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Genealogists, historians to line up for release of 1930 census
KANSAS CITY, Mo. -- You might think the 1930 census was a new "Star Wars" movie, judging by the lines, and hoopla, surrounding its release today.
The Kansas City office of the National Archives planned to open at 12:01 a.m. today for the release.
Statistics from each census typically are released a year after the tally. Federal regulations put in place in 1952 required that personal details collected in each census be kept confidential for 72 years.
That makes each release a shot of adrenaline for genealogists and family historians.
"We've never tried a midnight opening before," said Diana Duff, the branch's director of archival operations.
Big crowds showed up in 1992 at the branch for the release of the 1920 census. Even bigger crowds were on hand in 1982 for the 1910 count.
The reason? "Roots."
The television miniseries based on Alex Haley's best selling book sparked a renaissance in family history in the late 1970s. In 1982, that meant long lines for opening day at the Archives.
"We had a waiting list for the microfilm readers," Duff said.
This time, the National Archives headquarters in Washington is bracing for a similar crowd. After a brief ceremony with U.S. Archivist John Carlin, staff members will hand out tickets allowing users to reserve microfilm readers in three-hour blocks.
Thirteen regional National Archives branches were allowed to establish their own policies. Kansas City is one of three branches planning to open at 12:01 a.m. Monday. It won't close until the usual time that day, at 4 p.m.
"We want to publicize the 1930 census and also make people more aware of the National Archives branch here," Duff said.
The rise of the Internet and the growth of Web sites such as Ancestry.com have increased the availability of genealogical information. Ancestry.com pledges to have digitized images of the census online within hours of its release.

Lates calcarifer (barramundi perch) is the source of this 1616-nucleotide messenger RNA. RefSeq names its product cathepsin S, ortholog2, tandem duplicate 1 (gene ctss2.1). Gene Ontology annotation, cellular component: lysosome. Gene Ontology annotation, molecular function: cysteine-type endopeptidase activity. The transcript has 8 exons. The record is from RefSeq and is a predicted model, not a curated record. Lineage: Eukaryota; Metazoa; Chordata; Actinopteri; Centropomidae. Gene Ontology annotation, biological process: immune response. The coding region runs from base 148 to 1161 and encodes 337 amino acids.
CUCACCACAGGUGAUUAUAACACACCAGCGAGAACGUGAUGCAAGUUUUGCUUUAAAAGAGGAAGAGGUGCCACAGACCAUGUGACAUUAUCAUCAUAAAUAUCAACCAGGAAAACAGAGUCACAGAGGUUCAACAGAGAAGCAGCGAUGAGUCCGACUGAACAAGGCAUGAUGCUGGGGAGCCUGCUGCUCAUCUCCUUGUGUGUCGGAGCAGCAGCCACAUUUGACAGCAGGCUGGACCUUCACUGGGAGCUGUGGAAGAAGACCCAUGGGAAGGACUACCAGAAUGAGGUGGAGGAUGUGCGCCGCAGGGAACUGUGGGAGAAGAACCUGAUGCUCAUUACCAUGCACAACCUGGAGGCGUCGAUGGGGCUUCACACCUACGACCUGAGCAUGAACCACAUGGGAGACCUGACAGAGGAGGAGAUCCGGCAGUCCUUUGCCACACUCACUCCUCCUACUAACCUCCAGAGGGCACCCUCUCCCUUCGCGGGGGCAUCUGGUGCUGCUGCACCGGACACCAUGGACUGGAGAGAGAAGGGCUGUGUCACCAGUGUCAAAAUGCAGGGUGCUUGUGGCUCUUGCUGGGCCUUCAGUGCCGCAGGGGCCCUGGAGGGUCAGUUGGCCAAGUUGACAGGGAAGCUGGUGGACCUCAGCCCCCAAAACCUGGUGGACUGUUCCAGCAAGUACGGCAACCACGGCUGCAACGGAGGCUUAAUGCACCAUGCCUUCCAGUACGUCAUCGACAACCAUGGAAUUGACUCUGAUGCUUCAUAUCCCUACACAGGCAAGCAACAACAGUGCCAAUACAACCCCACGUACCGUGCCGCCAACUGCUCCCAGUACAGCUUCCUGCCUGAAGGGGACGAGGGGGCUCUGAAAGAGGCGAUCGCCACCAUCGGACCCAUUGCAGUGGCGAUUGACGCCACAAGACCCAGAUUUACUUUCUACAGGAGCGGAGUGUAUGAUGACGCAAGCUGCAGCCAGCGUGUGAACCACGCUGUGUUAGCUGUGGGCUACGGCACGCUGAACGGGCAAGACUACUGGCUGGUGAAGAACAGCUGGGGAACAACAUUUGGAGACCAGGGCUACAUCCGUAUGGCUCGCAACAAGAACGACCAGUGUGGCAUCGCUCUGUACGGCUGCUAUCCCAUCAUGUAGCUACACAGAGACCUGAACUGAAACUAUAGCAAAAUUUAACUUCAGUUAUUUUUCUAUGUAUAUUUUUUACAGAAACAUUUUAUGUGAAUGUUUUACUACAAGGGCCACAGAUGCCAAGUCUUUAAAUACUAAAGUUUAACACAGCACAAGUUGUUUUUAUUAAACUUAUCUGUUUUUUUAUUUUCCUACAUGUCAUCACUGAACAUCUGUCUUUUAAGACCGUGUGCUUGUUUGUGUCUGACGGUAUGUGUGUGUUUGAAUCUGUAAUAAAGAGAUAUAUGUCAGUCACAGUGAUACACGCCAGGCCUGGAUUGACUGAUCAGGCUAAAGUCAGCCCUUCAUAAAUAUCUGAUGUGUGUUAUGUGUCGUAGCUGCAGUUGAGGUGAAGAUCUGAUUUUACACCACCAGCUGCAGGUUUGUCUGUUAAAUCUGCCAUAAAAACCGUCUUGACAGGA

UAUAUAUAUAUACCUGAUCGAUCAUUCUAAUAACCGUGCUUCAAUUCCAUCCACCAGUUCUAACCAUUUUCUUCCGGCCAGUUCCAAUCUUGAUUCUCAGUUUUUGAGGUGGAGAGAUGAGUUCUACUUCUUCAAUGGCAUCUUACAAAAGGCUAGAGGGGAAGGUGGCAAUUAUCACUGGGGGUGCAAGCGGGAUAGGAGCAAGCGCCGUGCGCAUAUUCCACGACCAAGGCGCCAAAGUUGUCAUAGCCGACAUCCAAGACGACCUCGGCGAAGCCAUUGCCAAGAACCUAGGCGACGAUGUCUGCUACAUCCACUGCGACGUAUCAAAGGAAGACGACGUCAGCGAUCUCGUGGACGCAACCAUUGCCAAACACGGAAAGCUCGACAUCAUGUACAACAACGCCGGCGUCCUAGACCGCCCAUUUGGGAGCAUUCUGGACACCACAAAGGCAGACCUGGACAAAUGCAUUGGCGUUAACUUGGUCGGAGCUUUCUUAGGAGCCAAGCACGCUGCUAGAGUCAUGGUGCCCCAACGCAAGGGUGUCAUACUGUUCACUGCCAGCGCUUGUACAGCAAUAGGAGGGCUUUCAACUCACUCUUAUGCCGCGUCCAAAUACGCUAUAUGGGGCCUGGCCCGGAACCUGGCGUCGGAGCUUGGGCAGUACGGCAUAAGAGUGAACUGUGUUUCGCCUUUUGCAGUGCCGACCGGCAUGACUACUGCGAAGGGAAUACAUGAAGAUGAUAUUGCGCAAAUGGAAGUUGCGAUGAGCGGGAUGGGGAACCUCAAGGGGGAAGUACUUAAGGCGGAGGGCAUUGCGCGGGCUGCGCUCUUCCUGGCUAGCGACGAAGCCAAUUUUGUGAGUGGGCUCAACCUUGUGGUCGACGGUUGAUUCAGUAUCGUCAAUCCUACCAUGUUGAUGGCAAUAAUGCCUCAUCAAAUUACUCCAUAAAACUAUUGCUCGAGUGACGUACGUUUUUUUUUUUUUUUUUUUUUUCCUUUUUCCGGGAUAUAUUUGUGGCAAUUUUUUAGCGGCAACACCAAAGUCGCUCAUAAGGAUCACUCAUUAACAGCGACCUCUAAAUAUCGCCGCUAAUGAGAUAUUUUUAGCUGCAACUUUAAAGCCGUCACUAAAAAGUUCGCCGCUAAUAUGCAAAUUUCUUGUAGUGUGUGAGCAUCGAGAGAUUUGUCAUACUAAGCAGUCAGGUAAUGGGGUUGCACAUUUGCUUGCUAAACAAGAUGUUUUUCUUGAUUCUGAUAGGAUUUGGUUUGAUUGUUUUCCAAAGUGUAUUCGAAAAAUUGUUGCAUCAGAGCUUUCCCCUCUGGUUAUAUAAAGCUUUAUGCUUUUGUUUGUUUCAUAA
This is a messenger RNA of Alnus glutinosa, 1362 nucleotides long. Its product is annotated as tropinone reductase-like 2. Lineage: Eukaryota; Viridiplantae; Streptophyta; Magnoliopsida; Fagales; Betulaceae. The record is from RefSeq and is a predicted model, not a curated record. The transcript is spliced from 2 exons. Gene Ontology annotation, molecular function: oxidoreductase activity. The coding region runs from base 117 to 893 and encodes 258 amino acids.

But the National Archives' Kansas City branch promised access to it all, as well as coffee and doughnuts, and help from several genealogical volunteers.
The count was taken April 1, 1930, just over five months after the October 1929 stock market crash that plunged the country into depression. One question asked whether someone had worked the previous day; another asked what "class of worker" people were.
Questions new to the 1930 census included whether a household had a radio set, as well as the value of the home or the monthly apartment rent.
"Those taking the census were supposed to assure persons that this information was not to be used for taxation purposes," said Janice Schultz, genealogy librarian at the Genealogy and Family History Branch of the Mid-Continent Public Library.
Little indexed material
The 1930 census will be a challenge for novice family historians. Only 10 of the 48 states that existed in 1930 have indexed all of their material. Neither Kansas nor Missouri is among them.
But there is hope: The Kansas City branch of the Archives has a collection of finding aids, such as enumeration district maps and city directories, which help guide researchers to the proper microfilm reel.
Other area libraries specializing in family history must wait for the census to arrive from the National Archives, which will begin shipment Monday.
Staff members at the Genealogy and Family History Branch in Independence are typing labels for the expected 2,667 microfilm reels containing the population schedules, or the long pages filled out by census-takers.
They hope to have the entire 1930 census available by the end of April, Schultz said.